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Miscellaneous Tariff Bills

Miscellaneous Tariff Bills

Traditionally, miscellaneous tariffs bills (MTBs) are introduced each session of Congress. These bill usually request certain imports into the United States be given duty-free or reduced duty status, or request other technical corrections to the U.S. Harmonized Tariff System (USHTS). MTBs tend to be non-controversial and in the past after leaving the House pass the Senate by unanimous consent.

The Committee on Ways and Means in the House of Representatives has jurisdiction over legislation to amend the U.S. tariff schedule and to make corrections to trade legislation. To ensure that the Subcommittee on Trade has sufficient time to evaluate and consider MTBs, the Subcommittee has followed a customary process beginning with a request that all Members who plan to introduce tariff legislation or miscellaneous corrections to the trade laws do so by a date early in the newest session of Congress.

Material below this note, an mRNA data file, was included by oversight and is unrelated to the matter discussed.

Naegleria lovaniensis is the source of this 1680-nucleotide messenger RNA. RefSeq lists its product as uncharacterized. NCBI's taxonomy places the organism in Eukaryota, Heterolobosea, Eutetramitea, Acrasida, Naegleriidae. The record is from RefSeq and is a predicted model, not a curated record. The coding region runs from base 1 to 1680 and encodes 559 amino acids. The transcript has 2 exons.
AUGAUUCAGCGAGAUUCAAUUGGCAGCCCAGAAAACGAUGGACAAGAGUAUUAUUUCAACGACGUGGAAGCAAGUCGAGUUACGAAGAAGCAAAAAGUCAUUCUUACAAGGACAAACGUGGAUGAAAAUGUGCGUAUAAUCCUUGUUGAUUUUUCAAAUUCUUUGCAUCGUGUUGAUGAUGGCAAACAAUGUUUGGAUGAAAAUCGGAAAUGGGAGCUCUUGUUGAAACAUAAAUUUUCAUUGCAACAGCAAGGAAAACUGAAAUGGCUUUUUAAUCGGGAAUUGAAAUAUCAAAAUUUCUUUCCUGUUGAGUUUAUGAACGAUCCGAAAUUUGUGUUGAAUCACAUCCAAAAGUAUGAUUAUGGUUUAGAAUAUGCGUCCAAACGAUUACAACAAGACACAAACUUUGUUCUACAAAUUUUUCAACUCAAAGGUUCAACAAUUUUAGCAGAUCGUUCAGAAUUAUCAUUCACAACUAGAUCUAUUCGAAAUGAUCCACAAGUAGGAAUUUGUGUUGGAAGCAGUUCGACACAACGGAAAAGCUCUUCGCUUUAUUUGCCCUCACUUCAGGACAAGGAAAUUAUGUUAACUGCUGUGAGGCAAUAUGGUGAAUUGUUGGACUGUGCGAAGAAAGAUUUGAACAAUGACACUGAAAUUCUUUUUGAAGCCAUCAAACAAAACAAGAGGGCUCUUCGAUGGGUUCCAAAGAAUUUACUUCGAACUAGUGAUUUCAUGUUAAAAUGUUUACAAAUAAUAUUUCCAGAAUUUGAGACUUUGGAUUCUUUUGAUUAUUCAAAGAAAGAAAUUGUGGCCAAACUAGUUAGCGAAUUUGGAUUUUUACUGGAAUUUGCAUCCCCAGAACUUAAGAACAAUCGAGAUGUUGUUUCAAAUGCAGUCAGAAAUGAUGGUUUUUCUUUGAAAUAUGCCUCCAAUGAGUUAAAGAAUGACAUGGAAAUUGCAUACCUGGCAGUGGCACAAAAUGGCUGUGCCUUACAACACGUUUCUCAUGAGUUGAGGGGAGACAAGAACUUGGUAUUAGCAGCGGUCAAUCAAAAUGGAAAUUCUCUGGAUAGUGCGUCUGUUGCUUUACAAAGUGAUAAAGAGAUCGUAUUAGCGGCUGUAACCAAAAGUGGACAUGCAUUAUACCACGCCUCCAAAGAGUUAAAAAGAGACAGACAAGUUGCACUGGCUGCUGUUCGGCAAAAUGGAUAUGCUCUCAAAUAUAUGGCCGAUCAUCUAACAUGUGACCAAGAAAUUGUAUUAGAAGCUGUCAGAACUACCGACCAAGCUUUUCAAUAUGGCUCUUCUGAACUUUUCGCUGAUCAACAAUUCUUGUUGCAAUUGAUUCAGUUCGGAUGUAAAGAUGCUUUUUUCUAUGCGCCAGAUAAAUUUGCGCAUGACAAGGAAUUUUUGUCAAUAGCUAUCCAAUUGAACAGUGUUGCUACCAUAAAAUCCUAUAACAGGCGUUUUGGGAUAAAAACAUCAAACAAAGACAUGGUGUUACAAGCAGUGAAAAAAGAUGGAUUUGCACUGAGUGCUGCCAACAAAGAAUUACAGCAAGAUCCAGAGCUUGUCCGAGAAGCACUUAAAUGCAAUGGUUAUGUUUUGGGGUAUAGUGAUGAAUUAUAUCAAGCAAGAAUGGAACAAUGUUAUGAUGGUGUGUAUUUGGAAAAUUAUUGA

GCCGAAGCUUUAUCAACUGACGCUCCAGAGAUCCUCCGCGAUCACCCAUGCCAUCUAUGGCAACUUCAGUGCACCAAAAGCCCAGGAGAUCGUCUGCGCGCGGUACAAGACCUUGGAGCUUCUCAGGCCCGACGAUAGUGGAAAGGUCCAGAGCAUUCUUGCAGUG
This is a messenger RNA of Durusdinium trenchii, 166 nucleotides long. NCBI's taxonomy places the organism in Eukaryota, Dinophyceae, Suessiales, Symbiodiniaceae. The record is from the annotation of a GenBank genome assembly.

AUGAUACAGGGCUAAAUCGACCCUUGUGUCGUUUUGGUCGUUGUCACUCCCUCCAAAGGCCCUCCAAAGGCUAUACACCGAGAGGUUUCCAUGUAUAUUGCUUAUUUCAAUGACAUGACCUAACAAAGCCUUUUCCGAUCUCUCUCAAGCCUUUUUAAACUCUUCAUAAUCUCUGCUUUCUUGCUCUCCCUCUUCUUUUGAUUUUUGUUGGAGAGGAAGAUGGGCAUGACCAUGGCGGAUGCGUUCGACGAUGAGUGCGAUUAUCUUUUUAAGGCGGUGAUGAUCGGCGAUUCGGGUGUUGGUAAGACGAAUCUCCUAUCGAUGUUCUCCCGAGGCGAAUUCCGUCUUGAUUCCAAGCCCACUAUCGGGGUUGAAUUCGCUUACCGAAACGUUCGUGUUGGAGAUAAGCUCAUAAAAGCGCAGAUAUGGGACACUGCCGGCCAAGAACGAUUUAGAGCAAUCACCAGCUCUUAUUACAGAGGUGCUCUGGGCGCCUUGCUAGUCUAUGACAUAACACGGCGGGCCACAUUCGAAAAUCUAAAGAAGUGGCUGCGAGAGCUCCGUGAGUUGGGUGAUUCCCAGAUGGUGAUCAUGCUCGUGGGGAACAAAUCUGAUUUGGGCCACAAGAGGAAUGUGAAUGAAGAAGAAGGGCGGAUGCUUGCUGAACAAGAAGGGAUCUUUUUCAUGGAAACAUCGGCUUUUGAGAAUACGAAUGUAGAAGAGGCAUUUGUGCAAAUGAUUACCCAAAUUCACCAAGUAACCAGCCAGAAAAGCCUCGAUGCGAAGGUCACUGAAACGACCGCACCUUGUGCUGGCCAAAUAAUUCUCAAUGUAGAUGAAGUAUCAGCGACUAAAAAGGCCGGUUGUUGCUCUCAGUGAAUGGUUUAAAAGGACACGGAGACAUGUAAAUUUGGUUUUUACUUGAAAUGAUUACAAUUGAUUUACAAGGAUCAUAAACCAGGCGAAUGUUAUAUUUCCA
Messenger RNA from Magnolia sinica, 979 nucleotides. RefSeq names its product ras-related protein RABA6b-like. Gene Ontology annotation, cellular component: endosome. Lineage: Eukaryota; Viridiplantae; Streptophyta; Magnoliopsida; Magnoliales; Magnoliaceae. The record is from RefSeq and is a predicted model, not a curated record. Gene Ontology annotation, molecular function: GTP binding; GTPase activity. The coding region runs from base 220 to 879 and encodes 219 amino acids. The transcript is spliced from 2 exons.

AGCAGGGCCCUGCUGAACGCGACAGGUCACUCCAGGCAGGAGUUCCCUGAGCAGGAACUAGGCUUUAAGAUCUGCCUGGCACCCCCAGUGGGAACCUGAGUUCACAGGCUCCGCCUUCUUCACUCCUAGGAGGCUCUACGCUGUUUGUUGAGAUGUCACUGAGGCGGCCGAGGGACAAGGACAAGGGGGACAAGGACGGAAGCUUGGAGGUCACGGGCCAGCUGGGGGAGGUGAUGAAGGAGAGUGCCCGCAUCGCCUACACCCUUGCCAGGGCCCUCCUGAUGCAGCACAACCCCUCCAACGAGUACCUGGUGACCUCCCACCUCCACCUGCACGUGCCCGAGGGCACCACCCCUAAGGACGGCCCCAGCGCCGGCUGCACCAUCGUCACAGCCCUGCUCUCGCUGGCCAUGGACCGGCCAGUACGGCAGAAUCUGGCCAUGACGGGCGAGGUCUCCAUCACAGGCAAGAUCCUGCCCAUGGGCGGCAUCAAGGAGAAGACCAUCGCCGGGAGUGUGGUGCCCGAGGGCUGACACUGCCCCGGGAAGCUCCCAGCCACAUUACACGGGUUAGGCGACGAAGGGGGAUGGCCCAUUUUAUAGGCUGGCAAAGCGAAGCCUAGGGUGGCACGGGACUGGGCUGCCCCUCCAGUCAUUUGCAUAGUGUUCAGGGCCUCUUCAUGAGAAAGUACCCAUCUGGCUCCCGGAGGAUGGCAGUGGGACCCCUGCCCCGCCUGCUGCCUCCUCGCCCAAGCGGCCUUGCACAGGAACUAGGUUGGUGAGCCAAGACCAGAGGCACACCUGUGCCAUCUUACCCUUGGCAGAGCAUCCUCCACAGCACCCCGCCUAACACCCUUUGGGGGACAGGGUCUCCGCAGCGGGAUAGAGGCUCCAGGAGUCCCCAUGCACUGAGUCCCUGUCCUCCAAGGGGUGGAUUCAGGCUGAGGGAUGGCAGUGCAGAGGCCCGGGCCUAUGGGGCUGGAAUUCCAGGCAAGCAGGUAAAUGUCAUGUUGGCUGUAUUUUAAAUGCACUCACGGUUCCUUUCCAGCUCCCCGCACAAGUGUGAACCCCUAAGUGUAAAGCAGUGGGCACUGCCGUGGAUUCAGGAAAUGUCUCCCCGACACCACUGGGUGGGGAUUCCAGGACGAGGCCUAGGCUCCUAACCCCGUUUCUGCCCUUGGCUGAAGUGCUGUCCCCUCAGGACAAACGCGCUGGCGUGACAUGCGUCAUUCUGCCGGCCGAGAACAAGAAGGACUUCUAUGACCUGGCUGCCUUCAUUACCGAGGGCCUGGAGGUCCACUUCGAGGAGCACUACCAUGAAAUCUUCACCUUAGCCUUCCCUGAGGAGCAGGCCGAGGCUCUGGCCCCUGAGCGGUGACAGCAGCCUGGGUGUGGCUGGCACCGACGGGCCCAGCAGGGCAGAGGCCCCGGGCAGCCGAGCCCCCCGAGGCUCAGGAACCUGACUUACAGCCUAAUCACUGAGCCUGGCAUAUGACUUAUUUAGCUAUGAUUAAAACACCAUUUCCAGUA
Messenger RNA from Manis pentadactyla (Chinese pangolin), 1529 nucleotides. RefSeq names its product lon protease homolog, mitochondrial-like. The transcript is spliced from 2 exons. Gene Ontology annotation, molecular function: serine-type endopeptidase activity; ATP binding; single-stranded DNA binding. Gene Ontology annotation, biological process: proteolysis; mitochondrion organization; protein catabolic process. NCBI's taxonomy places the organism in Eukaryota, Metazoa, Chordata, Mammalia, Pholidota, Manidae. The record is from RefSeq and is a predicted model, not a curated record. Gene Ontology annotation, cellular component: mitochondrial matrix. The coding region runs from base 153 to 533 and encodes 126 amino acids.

After collecting and reviewing bills introduced by this deadline, the Subcommittee will issue an advisory requesting public comment on the bills it identifies to assist it in marking up the legislation. In addition, the Subcommittee will request a review and analysis of each bill from the U.S. Trade Representative, the International Trade Commission (ITC also seeks public comment through the federal register), and Customs and Border Patrol. The Department of Commerce also reviews potential duty suspension bills and is generally provided an opportunity to brief staff on the Departments’ positions.

MAS analysts review each bill related to products and other technical issues related to U.S. industry. MAS’s Office of Trade Policy Analysis coordinates and reviews the analysis and along with the Department’s Office of Assistant General Counsel and Office of Legislative and Intergovernmental Affairs, passes on the Department’s recommendations to OMB and other participating agencies, and ultimately on to Congress.

Once the House passes a final package of MTBs, it enters the Senate and is referred to the Finance Committee. Assuming the bill passes the Senate and any differences are worked out between both chambers, the bill then goes to the President for signature.

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